person uses blood pressure cuff

How medical devices work with mHealth apps

mHealth apps and medical devices create a comprehensive approach to care

Smartphones can help healthcare providers deliver part of a health intervention to a patient. In addition, an app can connect patients with doctors via secure video calls. This engagement can be taken one step further by connecting the app to medical devices that collect biometric data.

In 2015, a team of Johns Hopkins physicians, nurses, pharmacists, engineers and public health experts, together with patients and families, developed the Corrie appthat connects to both a smartwatch to track a patient’s heart rate and daily activity, and a wireless cuff to track blood pressure.

“One of the things we’ve recognized in digital health is that part of the solution, from a technology standpoint, is a comprehensive approach. In cardiology in particular, it is critical to determine what each piece of the technology platform adds to the health data to better manage and care for our patients,” said Dr. Francoise Marvel, assistant professor at the Johns Hopkins Department of Medicineco-director of the Johns Hopkins Digital Health Lab and CEO of Corrie Health.

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The app not only keeps track of biometrics but also acts as a management tool. Corrie may warn users to schedule follow-up appointments or take medications, which is especially important for patients who have recently had a heart attack or have been diagnosed with cardiovascular disease and who are now taking new medications. It also includes patient education materials related to heart healthy lifestyles and instructions on the proper use of the devices.

“Often we forget who we should see when we leave the hospital. Connecting patients to follow-up appointments or cardiac rehabilitation is critical, a program that helps patients get back on track as they recover from a cardiovascular event,” Marvel said. “The app’s connect feature creates a 360-degree connection with our patients, from hospital to home. If I’m taking care of a patient, they can add me as a contact person to the app so they can find me and contact me if they need to.”

Johns Hopkins University’s MiCORE Study combined the Corrie Health digital platform with a Apple Watch and iHealth Bluetooth blood pressure monitor focused on cardiac medication self-management, vital sign self-registration, cardiovascular disease education through articles and animated videos, and care coordination including cardiac rehabilitation and outpatient follow-up appointments.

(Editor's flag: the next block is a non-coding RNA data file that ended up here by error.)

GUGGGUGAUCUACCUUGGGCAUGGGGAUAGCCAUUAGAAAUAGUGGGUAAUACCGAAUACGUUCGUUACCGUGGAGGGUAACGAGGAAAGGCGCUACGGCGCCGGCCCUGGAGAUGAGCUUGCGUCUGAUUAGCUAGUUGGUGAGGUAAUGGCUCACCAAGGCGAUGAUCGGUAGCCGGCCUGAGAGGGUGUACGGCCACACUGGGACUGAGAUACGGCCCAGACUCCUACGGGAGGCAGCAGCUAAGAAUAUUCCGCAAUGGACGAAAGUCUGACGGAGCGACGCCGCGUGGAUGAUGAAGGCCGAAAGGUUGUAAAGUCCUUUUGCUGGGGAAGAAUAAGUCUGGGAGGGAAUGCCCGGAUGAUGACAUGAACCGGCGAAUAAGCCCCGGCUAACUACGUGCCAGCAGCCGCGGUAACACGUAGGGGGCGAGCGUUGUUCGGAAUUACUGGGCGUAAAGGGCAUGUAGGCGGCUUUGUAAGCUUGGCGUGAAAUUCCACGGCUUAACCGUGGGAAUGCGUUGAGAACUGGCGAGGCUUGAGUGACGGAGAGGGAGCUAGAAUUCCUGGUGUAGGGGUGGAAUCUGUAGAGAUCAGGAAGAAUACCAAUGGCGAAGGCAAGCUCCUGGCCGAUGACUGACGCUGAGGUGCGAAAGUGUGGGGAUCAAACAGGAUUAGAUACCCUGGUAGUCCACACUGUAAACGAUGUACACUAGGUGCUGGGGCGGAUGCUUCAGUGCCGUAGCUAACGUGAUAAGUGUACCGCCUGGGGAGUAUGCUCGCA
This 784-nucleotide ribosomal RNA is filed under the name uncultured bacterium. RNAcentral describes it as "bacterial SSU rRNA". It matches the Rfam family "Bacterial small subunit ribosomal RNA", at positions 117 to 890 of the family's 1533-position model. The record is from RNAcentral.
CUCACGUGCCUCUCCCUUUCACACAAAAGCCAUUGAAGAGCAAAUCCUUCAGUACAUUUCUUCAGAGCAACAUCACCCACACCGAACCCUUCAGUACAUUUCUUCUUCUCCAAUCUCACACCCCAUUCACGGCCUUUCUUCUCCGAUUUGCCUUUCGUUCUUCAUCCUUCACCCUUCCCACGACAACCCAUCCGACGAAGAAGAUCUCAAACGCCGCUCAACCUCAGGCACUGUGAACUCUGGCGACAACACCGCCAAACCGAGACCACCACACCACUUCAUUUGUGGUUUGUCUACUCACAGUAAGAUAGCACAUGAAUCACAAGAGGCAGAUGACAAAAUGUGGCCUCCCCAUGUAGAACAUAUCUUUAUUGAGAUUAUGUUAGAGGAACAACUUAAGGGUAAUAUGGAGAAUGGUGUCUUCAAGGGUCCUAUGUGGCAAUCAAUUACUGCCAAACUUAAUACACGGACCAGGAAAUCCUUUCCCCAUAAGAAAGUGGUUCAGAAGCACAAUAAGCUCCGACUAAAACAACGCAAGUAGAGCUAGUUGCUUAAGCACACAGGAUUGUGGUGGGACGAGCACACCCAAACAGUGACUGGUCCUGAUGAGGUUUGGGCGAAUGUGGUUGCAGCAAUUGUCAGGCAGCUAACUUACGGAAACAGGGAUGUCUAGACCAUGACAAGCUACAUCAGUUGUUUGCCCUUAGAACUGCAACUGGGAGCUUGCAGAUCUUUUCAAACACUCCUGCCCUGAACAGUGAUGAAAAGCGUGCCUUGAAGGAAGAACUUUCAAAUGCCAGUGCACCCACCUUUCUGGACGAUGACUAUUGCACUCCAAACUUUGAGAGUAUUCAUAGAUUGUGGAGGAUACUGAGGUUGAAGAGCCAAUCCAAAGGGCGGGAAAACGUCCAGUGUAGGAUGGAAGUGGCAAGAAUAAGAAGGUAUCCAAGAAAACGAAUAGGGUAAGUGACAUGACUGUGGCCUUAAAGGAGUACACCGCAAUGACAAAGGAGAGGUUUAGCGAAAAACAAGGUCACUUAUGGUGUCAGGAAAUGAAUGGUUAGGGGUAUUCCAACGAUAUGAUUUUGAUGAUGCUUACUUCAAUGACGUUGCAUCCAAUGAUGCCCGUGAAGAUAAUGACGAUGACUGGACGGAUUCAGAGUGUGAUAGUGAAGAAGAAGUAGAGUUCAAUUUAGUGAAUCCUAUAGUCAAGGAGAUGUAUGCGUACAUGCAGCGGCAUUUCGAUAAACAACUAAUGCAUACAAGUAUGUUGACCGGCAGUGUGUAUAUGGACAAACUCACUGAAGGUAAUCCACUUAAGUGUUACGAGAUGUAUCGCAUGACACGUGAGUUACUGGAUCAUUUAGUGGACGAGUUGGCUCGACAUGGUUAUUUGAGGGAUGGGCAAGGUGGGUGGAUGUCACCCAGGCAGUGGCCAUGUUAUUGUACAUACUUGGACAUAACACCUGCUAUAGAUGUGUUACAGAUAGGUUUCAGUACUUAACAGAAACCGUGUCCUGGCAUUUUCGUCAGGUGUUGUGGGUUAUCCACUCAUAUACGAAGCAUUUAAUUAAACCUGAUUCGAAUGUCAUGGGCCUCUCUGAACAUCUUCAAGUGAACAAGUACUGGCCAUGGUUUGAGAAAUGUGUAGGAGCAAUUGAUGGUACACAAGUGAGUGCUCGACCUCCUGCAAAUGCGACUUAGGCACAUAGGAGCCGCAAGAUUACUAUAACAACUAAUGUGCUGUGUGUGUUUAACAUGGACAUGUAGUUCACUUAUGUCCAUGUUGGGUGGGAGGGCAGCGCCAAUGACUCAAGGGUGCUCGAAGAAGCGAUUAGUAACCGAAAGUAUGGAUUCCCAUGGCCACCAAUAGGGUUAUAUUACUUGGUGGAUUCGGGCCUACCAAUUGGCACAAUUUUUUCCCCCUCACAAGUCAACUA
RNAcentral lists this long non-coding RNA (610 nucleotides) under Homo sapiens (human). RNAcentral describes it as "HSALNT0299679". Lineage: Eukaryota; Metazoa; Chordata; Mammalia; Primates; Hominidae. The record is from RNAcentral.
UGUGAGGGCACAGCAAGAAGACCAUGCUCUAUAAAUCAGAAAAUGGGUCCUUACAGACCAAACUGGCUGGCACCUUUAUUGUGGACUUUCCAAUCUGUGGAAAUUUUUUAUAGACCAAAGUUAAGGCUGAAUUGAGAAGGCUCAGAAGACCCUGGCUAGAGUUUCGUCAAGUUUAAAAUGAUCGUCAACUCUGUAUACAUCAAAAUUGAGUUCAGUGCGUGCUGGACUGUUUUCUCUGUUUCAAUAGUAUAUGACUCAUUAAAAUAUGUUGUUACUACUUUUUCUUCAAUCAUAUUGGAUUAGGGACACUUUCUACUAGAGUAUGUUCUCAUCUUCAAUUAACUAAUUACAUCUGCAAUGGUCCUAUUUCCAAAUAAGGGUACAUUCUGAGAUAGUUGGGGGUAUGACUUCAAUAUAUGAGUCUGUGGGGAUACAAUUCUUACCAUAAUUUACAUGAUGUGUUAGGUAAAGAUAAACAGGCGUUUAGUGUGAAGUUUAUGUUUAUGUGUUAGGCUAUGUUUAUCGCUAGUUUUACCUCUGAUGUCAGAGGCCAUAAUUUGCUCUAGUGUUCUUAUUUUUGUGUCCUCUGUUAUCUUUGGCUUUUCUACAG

Measuring success with mHealth apps and medical devices

Before creating an mHealth app and connected medical device program, it is important to identify a particular problem among a healthcare organization’s patient population. According to Dr. Rebecca Cunningham, senior medical director of primary care at… Mass General Brighamassistant professor of medicine at Harvard Medical School and a practicing family physician at Brigham and the Women’s Hospitalit is best to choose an area that is an important predictor of morbidity and where there are disparities in health outcomes.

Mass General Brigham has focused much of his work on the use of primary care medical devices for the treatment of hypertension. The goal is to enable patients to monitor their blood pressure at home and then submit the readings online to inform clinical decision-making. The organization strives to do this in an integrated, safe and equitable manner.

“When the practices were closed due to the pandemic, there was a subset of people who could purchase blood pressure cuffs online or at a pharmacy and submit their readings. However, there was a subset of people who couldn’t,” says Cunningham.

This prompted the organization to focus its hypertension monitoring efforts on practices with patients who are less likely to get their blood pressure under control. This patient population may have lower health literacy, speak English as a second language, or face racism or poverty.

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